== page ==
“I am an eye. A mechanical eye. I, a machine, show you a world the way only I can see it. I free myself for today and forever from human immobility. I am in constant movement. (…) Free from the boundaries of time and space, I co-ordinate any and all points of the universe, wherever I want them to be. My way leads towards the creation of a fresh perception of the world. Thus I explain in a new way the world unknown to you.” (Berger 10)

The French film critic and theorist André Bazin states in the article ‘The Ontology of the Photographic Image’ from 1960, that one of the defining characteristics in the production of art is the preservation of life by its representation. Realism in painting encounters the problem of combining the representation of the spiritual real and the representation of the physical real, the latter always leaning towards illusion. This inability of painting to reproduce reality is the reason photography is so successful at satisfying our obsession with realism. Photography forms images automatically, without the intervention of man. Some nuance might be added to this statement, since it is man who selects the object to be photographed, the composition, the lens, the aperture and shutter speed. However, Bazin argues this process does not play the same role as it does in painting. Photography does away with the subjective human touch (and view) of the artist that is always inherently present in painting and sculpture.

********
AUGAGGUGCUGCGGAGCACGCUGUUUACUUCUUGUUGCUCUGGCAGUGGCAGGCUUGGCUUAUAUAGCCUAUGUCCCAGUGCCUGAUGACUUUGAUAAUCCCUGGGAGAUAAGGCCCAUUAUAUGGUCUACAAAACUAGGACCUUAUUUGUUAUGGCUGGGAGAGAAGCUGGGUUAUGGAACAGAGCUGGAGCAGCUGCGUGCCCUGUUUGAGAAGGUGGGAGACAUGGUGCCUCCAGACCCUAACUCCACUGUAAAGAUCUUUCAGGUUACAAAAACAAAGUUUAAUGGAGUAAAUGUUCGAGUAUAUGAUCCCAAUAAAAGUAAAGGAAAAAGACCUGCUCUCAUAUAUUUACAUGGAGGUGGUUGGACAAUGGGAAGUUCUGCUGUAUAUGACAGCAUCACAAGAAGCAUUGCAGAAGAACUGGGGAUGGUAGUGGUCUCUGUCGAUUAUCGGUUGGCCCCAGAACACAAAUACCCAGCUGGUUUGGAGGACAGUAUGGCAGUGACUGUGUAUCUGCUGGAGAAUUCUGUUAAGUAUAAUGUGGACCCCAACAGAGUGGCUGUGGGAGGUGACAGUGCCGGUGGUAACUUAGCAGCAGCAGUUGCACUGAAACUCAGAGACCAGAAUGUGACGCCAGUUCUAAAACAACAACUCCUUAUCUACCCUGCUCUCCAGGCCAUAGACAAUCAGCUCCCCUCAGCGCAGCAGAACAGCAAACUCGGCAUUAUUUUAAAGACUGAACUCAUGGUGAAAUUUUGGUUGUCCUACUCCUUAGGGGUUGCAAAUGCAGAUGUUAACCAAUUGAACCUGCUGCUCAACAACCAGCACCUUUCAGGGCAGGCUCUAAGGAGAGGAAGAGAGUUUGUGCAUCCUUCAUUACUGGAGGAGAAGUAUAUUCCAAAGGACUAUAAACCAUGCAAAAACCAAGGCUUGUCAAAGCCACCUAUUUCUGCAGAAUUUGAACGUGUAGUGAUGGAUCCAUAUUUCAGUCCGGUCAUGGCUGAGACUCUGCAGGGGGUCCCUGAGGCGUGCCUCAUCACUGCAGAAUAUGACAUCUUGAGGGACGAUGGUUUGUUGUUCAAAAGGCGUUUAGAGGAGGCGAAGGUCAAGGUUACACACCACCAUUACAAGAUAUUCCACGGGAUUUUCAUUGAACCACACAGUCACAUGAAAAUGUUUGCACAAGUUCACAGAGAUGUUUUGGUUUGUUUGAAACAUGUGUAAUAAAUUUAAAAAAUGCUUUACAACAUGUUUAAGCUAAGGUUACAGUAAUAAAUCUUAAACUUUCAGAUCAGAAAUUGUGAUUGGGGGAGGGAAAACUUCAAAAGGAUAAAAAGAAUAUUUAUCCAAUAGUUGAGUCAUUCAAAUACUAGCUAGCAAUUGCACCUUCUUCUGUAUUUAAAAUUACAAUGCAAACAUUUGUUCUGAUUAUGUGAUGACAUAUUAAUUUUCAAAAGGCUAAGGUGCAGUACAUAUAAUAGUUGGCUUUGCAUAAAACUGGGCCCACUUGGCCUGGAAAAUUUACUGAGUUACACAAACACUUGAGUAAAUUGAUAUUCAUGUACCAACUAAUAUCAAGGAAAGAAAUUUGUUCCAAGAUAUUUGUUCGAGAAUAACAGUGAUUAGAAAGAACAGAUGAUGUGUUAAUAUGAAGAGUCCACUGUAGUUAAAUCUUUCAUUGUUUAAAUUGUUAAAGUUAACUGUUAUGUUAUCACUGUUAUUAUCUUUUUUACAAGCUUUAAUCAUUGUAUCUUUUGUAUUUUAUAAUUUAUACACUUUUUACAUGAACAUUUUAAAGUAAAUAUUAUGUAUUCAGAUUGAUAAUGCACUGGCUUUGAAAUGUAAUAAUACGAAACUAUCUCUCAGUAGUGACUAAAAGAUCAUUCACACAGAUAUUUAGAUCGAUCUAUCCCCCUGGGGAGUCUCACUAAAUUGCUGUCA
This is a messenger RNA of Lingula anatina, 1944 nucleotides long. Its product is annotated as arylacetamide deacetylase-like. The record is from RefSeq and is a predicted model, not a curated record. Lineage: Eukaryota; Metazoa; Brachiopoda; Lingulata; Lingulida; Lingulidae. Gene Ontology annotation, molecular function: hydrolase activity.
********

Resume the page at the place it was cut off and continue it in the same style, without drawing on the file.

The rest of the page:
Bazin further argues that the technical method of photography ensures an aesthetic experience that is closer to personal perception. It should be noted that Bazin uses the French word ‘objectif’, which also refers to the camera lens, and plays with this double meaning. What Bazin describes as objective, does not necessarily imply non-subjective but rather ‘through an object’. Bazin argues that the photographic image has an advantage over painting in reproducing reality because it does not create a replacement but rather a reproduction of an object in reality, and this reproduction is often treated as a true representation of the object. Re-presenting the object as it once existed in space and time. Our ambivalence towards representation of reality is exemplified by the way we accept photography and film to be true and real, despite the fact that we are aware of the widespread manipulation of photographic images. Bazin concludes by arguing that the photographic image strips its object of our spiritual preconceptions, presenting it in its virginal purity.

Enter the Digital Dragon

In the book ‘Photography in the Age of Electronic Imaging’, Martin Lister claims that in the advent of digital photography, the main difference between analog and digital images has often been ascribed to a difference in indexical quality. The indexical nature of the chemical photograph is an important part of the ‘photographic economy’ and the wider scopic regime, Lister argues. Analog photographs have long been described as footprints or stencils of the real, depicting an object that once was in direct contact with the negativ through the lens, capturing the reflecting light. However, this indexical quality has more to do with a sense of presence than with realism. This is especially true for the Polaroid print, where there is only one authentic original print. The immateriality of digital photography problematizes this.